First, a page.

Wednesday, September 7, 2011

Senators Draft Legacy

Pavol Demitra

Occasionally I like to geek out on stats, in particular career stats for the Ottawa Senators. In a sense, we’re all somewhat lucky to watch a franchise in its early stages (although at 20 years old, the Senators have already moved out of Mom’s and are failing college right now), simply because we get to see players achieve all kinds of firsts for the organization, such as seeing Daniel Alfredsson being the first to play 1000 games in a Senators uniform with Chris Phillips gearing up to be the second.

Modern fans of the Habs, Leafs and other original six teams don’t get to do that. They learn about team legends through books or from an older uncle who gets blind drunk and blabs on endlessly about how much better the game was when he was a kid. Fans of the Senators get to see their team grow up before their eyes. We take players like Alfie and Phillips for granted right now but one day they’ll be the all-time standard to which other Senators will have to live up to, the same way that Red Wings players have to live up to Steve Yzerman, Alex Delvecchio and Gordie Howe.

And as another rookie camp rolls around, there’s going to be a whole new batch of freshmen who may one day become cornerstones of this team. But for now, they’ll be the ones collecting the pucks after practice while the established vets are untying their skates and coming up with stupid nicknames for the new guys.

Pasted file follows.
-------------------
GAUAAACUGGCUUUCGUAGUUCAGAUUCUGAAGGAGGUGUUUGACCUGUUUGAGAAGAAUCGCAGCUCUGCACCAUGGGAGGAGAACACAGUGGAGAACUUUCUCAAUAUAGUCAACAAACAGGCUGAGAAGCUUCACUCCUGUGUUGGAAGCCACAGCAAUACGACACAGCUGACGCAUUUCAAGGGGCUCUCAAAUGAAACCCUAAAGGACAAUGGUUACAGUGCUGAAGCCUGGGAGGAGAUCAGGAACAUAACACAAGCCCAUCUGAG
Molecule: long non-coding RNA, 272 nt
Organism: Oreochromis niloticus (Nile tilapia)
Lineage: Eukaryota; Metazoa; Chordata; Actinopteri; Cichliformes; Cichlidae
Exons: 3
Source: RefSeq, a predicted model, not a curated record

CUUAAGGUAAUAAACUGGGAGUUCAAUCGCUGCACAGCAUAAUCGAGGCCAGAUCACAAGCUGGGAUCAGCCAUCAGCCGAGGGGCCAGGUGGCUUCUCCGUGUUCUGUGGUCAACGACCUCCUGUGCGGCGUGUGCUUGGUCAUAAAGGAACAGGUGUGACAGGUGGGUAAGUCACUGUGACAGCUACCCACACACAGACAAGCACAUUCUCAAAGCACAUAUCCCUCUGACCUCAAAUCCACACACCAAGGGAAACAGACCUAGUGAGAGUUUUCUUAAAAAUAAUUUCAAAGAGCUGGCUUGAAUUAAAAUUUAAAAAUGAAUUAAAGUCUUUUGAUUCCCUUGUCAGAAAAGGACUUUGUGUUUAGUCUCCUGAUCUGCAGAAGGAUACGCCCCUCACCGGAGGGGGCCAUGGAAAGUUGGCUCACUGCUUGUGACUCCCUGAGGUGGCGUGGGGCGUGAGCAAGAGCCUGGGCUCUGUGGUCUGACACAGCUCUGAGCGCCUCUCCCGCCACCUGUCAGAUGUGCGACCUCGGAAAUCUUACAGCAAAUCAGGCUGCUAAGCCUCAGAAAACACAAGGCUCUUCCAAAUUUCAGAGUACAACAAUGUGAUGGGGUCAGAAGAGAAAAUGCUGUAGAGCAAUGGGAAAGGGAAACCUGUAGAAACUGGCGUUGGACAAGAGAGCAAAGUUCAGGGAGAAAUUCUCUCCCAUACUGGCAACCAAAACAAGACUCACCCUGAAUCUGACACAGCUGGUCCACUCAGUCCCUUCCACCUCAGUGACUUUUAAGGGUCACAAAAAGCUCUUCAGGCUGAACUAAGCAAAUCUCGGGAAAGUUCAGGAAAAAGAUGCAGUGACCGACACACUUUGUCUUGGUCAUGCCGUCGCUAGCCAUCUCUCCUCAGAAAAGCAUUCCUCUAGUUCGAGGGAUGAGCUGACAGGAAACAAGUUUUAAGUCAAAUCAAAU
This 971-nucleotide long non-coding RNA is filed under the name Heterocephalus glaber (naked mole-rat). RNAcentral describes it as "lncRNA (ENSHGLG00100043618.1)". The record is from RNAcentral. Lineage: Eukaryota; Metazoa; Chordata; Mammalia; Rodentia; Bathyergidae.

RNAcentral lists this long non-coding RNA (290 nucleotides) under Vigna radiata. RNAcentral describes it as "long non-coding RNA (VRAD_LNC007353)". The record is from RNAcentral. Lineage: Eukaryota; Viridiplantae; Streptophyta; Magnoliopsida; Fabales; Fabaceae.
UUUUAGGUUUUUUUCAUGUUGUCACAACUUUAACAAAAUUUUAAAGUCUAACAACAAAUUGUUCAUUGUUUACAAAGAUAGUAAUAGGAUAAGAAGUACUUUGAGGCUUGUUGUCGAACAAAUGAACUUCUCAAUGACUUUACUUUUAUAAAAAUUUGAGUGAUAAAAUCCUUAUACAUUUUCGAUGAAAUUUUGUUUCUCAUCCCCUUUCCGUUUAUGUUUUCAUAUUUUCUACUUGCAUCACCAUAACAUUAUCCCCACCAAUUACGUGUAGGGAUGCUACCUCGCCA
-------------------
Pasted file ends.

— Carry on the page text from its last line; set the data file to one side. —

The Senators seemingly drafted well this past summer with the plethora of first and second round picks they had after dealing away half the team at the deadline. A lot of those players will play important roles for the Senators in the future while some will play important roles for other teams after trades or free agency, and some will simply fade from the NHL scene quicker than Petr Schastlivy (if they’re lucky - many picks don’t see a single game).

In a roundabout way this got me wondering how good the Senators have really drafted since their first try in 1992, not just taking into account how many games they played in Ottawa, but in the NHL in general. Games played in the NHL seems to me the most important stat you can find when you’re trying to quantify someone’s career. It puts defenseman and forwards on an even playing field and really, longevity is what it’s all about (but Bobby Orr may disagree with that).

Best Senators Draft Choices Based on NHL Games Played (500 games minimum)

1. Daniel Alfredsson – 1056 GP (1994 6th round)

2. Radek Bonk – 969 GP (1994 1st round)

3. Chris Phillips – 945 GP (1996 1st round)

4. Marian Hossa – 897 GP (1997 1st round)

5. Alexei Yashin – 850 GP (1992 1st round)

6. Pavol Demitra – 847 GP (1993 9th round)

7. Mike Fisher – 702 GP (1998 2nd round)

8. Sami Salo – 692 GP (1996 9th round)

9. Chris Neil – 659 GP (1998 6th round)

10. Martin Havlat – 621 GP (1999 1st round)

11. Bryan Berard – 619 GP (1995 1st round)

12. Alexandre Daigle – 616 GP (1993 1st round)

13. Andreas Dackell – 613 GP (1996 6th round)

14. Antoine Vermette – 540 GP (2000 2nd round)

15. Jason Spezza – 526 GP (2001 1st round)

16. Stan Neckar – 510 GP (1994 2nd round)

Now obviously this is not a completely reliable way to assess draft picks – Jason Spezza will end up being a much better draft pick than Andreas Dackell when all is said and done – but it gives you a good idea of the kind of legacy old scouting departments have left behind in Ottawa (particularly under the leadership of Marshall Johnston and John Ferguson). As you know, scouts don’t necessarily think in terms of how many games a player will wear a Senators uniform. It’s always about whether or not a kid will one day play in the NHL. Players move according to whim on the general managers part. Scouts are hired to find NHL players period.